A study to determine the correlation between student attitude toward reading and reading achievement of boys and girls at various grade levels in urban, suburban, and rural school settings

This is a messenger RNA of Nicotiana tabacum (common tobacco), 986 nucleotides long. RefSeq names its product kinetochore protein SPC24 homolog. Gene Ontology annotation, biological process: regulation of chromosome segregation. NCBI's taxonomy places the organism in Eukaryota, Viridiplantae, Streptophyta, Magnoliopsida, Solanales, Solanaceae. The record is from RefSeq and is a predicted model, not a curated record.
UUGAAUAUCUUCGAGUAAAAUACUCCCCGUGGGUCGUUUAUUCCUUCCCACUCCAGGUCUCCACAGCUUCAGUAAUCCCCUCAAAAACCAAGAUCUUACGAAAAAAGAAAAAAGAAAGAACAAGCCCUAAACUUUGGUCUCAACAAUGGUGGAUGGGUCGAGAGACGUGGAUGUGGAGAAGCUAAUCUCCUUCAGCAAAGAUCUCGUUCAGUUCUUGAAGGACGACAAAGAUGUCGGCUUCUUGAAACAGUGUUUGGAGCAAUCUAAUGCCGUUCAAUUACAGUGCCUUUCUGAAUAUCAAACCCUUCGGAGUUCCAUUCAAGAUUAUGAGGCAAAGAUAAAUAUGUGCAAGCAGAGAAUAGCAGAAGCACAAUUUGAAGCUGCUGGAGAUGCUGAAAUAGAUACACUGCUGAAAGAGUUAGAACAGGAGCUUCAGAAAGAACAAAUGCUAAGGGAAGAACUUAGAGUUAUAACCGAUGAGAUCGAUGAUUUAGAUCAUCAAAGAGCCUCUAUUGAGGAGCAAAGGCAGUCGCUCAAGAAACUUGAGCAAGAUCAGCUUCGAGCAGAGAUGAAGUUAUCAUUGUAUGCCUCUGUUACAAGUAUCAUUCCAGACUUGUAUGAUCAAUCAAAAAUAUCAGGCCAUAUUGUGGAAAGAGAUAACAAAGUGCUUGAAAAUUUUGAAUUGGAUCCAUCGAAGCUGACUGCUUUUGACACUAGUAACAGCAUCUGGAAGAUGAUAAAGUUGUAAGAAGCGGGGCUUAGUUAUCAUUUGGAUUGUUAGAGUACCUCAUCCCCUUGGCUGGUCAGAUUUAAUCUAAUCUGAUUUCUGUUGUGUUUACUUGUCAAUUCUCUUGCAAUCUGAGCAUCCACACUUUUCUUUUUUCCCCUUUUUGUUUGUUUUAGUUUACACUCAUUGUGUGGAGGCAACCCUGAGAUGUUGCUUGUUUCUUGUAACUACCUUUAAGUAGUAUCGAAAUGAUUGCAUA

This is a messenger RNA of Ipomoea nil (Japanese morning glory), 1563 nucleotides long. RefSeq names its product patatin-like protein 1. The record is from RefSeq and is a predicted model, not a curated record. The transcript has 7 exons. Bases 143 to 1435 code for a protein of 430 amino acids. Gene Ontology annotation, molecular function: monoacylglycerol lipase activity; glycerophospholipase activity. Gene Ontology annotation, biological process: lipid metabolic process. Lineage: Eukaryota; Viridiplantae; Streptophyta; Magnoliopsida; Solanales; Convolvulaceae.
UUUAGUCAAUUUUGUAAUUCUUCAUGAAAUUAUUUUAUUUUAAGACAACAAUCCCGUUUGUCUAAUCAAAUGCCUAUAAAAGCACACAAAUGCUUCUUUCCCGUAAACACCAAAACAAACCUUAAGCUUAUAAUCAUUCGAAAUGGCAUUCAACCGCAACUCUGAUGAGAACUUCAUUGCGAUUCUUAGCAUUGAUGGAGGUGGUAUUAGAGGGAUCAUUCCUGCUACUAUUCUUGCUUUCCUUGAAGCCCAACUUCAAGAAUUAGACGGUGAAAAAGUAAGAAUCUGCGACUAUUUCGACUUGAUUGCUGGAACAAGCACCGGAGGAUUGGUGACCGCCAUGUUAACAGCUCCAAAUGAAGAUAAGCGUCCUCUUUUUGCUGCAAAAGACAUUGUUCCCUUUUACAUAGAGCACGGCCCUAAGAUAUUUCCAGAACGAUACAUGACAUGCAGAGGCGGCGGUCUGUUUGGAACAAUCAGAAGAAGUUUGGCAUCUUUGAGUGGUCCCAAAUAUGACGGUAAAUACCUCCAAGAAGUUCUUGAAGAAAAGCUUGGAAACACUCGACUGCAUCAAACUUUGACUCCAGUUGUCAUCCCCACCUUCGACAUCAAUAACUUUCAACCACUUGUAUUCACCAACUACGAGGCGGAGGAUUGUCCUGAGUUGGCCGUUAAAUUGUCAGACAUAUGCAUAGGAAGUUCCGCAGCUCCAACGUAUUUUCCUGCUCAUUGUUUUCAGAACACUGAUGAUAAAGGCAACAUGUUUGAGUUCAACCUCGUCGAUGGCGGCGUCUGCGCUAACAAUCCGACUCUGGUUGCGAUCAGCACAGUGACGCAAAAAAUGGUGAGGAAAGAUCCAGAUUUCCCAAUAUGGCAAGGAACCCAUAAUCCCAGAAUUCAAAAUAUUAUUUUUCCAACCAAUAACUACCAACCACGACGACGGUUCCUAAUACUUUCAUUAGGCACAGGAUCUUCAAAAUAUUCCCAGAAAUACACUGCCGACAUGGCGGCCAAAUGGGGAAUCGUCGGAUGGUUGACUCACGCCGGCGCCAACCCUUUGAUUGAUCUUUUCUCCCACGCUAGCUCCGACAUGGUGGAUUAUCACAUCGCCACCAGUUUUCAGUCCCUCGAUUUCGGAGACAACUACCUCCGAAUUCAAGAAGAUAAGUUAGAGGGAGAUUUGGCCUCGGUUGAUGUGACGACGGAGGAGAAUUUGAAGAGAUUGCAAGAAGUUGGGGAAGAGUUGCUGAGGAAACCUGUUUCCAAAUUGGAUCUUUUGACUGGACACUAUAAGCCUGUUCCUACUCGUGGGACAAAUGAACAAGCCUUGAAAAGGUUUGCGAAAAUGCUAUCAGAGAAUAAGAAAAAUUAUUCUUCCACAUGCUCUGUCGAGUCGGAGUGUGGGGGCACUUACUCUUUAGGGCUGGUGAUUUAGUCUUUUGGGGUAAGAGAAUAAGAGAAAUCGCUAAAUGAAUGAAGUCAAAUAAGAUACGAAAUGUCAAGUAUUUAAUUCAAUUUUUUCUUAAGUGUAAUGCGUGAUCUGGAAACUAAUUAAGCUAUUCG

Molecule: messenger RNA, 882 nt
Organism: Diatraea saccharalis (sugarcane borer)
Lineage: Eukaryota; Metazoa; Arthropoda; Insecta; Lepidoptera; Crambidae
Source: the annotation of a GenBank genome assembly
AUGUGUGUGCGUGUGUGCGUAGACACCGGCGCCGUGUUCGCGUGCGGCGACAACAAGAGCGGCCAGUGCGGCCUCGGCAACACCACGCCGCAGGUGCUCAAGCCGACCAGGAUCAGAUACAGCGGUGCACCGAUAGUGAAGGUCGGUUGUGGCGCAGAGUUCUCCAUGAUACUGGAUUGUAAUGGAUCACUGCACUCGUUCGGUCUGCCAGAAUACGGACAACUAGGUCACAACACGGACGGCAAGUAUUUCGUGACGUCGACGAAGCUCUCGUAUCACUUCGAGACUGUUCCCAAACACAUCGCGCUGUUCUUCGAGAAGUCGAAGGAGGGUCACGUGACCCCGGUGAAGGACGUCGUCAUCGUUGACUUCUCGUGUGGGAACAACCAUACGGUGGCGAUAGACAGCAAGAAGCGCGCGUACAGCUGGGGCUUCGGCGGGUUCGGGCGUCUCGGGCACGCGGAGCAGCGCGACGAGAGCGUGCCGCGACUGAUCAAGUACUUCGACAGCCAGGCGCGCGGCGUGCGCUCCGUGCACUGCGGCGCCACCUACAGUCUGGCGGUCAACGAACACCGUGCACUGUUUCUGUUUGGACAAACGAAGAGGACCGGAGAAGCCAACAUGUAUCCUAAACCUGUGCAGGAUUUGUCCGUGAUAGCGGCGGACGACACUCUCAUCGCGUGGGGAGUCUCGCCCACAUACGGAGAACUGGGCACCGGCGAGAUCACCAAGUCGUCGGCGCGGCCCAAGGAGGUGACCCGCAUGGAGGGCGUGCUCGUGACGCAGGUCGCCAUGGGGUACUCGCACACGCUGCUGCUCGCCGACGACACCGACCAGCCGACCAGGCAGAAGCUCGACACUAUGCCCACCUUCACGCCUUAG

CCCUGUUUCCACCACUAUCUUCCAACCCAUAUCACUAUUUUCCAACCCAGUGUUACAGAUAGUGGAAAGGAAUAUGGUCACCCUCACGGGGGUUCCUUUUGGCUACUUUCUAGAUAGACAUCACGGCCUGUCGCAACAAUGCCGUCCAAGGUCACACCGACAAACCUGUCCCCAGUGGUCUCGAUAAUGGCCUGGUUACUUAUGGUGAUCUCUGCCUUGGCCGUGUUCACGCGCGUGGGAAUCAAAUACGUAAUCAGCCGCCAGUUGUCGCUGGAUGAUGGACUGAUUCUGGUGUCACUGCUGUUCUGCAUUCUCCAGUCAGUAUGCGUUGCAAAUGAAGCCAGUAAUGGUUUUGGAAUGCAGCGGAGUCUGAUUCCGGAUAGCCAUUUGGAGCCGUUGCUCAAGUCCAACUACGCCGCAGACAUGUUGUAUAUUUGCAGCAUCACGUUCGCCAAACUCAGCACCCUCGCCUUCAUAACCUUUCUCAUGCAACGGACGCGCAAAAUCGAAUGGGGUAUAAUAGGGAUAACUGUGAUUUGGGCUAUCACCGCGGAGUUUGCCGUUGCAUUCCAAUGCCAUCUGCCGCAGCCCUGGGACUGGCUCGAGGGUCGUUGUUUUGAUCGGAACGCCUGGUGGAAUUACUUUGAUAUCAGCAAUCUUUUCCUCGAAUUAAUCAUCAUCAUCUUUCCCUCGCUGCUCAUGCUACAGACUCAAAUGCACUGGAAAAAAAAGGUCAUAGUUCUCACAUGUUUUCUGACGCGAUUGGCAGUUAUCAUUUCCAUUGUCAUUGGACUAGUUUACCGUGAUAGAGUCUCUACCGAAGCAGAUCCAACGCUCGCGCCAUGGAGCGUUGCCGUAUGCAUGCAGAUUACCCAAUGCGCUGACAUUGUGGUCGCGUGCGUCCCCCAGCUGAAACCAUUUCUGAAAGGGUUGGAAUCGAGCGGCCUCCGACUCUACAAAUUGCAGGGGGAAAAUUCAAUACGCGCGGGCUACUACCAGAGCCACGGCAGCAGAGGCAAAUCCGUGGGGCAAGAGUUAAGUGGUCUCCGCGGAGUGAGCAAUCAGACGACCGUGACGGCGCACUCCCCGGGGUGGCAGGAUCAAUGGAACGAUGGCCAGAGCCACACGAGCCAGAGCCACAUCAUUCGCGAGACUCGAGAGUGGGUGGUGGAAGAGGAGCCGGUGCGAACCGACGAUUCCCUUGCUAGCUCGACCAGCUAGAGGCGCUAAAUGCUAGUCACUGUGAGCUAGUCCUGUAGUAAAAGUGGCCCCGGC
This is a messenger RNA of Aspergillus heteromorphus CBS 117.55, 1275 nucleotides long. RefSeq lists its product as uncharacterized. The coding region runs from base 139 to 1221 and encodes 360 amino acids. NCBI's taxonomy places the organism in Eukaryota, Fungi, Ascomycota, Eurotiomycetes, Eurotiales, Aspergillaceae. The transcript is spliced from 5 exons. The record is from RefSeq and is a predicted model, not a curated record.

The purpose of this study was to determine the significance of the correlation between. reading achievement and attitude toward reading. This relationship was further analyzed by comparing correlations utilizing the following variables: sex, grade level, and socioeconomic settings.The following information was available for each subject in the study1. Sex2. A reading achievement score 3. A reading attitude scoreThe population of this study consisted of five hundred fifty-three (553) students in grades four, five, and six from the Dayton City Schools, Kettering City Schools, and Wolfe County Schools. The students were all members of heterogeneously-grouped self-contained classrooms. All students completed the California Reading Achievement Test,Level 3, Form A and the Estes Attitude Scales: Elementary Form, and ninety (90) of these students were interviewed utilizing the Reading Attitude Interview.The California Reading Achievement Test, Level 3, Form A, contained two sections, the first section contained forty (40) vocabulary questions and the second section contained forty-two (42) comprehension questions. Both sections were answered by utilizing one of the four (4) multiple choice answers provided for each question.The Estes Attitude Scales: Elementary Form consisted section contained fourteen Likert rated questions. All three sections were administered but only the reading section was scored.The five (5) students at each grade level in each socioeconomic school setting achieving the highest five (5) pairs of scores on the reading achievement test and reading attitude scale (accounting for forty-five (45) students) were administered the Reading Attitude Interview. The same procedure was followed for the five (5) students at each grade level in each socioeconomic school setting who achieved the lowest five pairs of scores on the reading of three sections: mathematics, reading, and science. Each achievement test and the reading attitude scale (accounting for forty-five (45) students). The aforementioned procedures accounted for an interview population of ninety (90) students. The interview instrument was devised and field tested by the investigator to analyze various possible influences on the student's attitude toward reading.Statistical processing of the data was conducted by calculating Pearson Product-Moment correlations for null hypotheses one, two, and three. Hypotheses four through twelve were statistically treated by computing Pearson Product-Moment correlations, Fisher Z-transformations, and two-tailed t-test values.Twelve major null hypotheses were tested at the.05 level of confidence to determine the relationship between reading achievement and attitude toward reading and also the influences exerted by the variables of sex, grade level, and socioeconomic setting.It appears from this study that reading achievement and attitude toward reading are correlated significantly. The degree of significance varied somewhat but the male students generally produced higher correlations than their female counterparts.Only one instance indicated a significant difference between correlations due to the sex variable. The fifth-grade rural male students produced significantly higher correlations than their female counterparts.One instance indicated a significant difference between correlations due to the variable of grade level. The fifth-grade students in a rural school setting produced significantly higher correlations than their sixth grade counterparts.Two instances of significant differences between correlations due to the variable of socioeconomic school setting occurred. In both instances, the sixth-grade students of rural and urban school settings produced significantly higher correlations than the sixth-grade students in a suburban school setting.Information from the Reading Attitude Interview revealed that the mother in the home appeared to be the greatest single influence on reading attitude, followed closely by the student's school environment and finally by the influence exerted by the student's peers.